It was a privilege to serve on the Joint Committee with so many distinguished Members, five of whom have already spoken in the debate, and some of whom are still in their places. We had some very eminent witnesses, including former Clerks of the House, former Cabinet Secretaries and noble lordships, most of whom also served in this House in their time, who lent so much expertise to the proceedings—not least our Chair, the noble Lord McLoughlin, who was a fellow MP from Staffordshire in his day. I pay tribute to the Clerks of the Committee, who did an absolutely superb job in both arranging the witnesses and getting us all to a report that we could all support, which is incredibly important. When legislating in this area, we should strive to be as bipartisan as possible.
The case for change has been well made by the Government and was made by the Labour party in its manifesto. The 2011 Act, which we are repealing, was indeed a product of its time, as we have discussed. It actually served reasonably well from 2011 to 2015, as it was supposed to do. In the period between 2015 and 2019, however, it clearly showed its flaws. It was a constitutional innovation that did not really survive its first contact with any sort of difficulty, which is perhaps also because of the referendum.
Referendums are also a relatively recent constitutional innovation. When the referendum asked the House to do something that it did not want to do—previous referendums had usually been on things for which the House already had a will, such as giving devolution to Scotland and Wales—and came back with an instruction from the people that the majority of Members of the House did not support, we ended up with the situation that we had in the 2017 to 2019 Parliament, which I and other Members from the 2019 intake watched with horror from home. It was not just us; it was people who were not even interested in politics and did not know what was going on. Norms had broken down, and we need to restore those norms.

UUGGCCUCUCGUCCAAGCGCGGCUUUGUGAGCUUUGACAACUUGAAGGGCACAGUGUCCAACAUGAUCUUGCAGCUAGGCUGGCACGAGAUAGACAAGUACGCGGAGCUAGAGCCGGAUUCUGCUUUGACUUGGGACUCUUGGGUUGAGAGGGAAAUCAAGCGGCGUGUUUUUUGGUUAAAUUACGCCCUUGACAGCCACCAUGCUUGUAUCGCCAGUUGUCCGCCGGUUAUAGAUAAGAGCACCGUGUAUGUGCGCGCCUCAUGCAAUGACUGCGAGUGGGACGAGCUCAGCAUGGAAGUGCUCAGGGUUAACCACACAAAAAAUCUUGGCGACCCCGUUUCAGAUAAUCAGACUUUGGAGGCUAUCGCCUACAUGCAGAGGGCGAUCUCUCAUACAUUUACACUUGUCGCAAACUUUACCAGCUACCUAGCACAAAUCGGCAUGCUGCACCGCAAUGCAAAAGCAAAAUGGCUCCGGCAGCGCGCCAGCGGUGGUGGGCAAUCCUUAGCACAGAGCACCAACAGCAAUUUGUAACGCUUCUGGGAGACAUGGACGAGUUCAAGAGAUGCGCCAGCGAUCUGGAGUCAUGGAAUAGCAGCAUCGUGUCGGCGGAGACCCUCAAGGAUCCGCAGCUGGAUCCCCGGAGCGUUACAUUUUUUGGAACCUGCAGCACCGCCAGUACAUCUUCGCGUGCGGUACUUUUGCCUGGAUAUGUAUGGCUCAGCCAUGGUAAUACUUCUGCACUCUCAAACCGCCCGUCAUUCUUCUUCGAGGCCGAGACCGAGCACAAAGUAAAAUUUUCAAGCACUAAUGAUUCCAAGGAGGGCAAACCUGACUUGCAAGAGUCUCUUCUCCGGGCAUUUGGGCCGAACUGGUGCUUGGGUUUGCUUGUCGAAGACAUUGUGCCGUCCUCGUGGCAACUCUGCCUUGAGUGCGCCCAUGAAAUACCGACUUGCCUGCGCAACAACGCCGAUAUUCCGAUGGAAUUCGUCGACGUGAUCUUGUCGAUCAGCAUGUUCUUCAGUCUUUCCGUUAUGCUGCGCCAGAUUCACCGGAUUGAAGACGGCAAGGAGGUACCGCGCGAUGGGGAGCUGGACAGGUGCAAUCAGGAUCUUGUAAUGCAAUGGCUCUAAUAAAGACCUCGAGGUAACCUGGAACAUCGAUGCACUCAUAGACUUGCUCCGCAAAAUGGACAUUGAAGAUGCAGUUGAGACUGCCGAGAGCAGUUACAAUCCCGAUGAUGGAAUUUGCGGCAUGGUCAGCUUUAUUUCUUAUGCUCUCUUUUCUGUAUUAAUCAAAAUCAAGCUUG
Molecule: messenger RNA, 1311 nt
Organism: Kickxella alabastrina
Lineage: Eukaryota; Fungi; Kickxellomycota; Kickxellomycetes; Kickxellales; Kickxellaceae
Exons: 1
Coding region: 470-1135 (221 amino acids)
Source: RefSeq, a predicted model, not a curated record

As I said when intervening on the Chancellor of the Duchy of Lancaster during his opening remarks, any constitutional arrangement needs to be equally suitable for any parliamentary arithmetic, and given what we had under the Fixed-term Parliaments Act that was blatantly not the case. I accept that Brexit exacerbated tensions, but those tensions would have been there anyway in any minority Government situation.
I understand that future coalitions may need similar security to what the Liberal Democrats sought in the Fixed-term Parliaments Act, but I suggest a simple Bill in the future, prohibiting the Prime Minister from requesting—something we said, requesting—a dissolution until a given date. That simple Bill would last only for that Parliament; after that, we could move back to the tried and tested, which is what we are trying to do today.
Conclusion 7 of our report was that a requirement for a super majority in this House cannot be enforced. It has been said sometimes that the constitution of this country is whatever commands a majority of the House of Commons. The only way to enforce a super majority requirement is perhaps through the House of Lords, but the idea that the House of Lords could prevent an election is not credible, or it would ultimately damage the credibility of the House of Lords to such an extent that it would not consider it.
Turning to other recommendations of the Joint Committee, I am pleased the Government have listened to the point about the Prime Minister requesting, not advising. As other hon. Members said, the name change is appropriate. Hopefully, this Bill will be part of our constitutional settlement for decades, perhaps even centuries, to come. The idea that it should have been called the repeal of the Fixed-term Parliament Act is simply not befitting. We have had some constitutional oddities in our time: the reason we have elections every five years is the Septennial Act, which means seven years. We can move on. This is the right title—the dissolution and summoning of Parliament is precisely what the Bill does.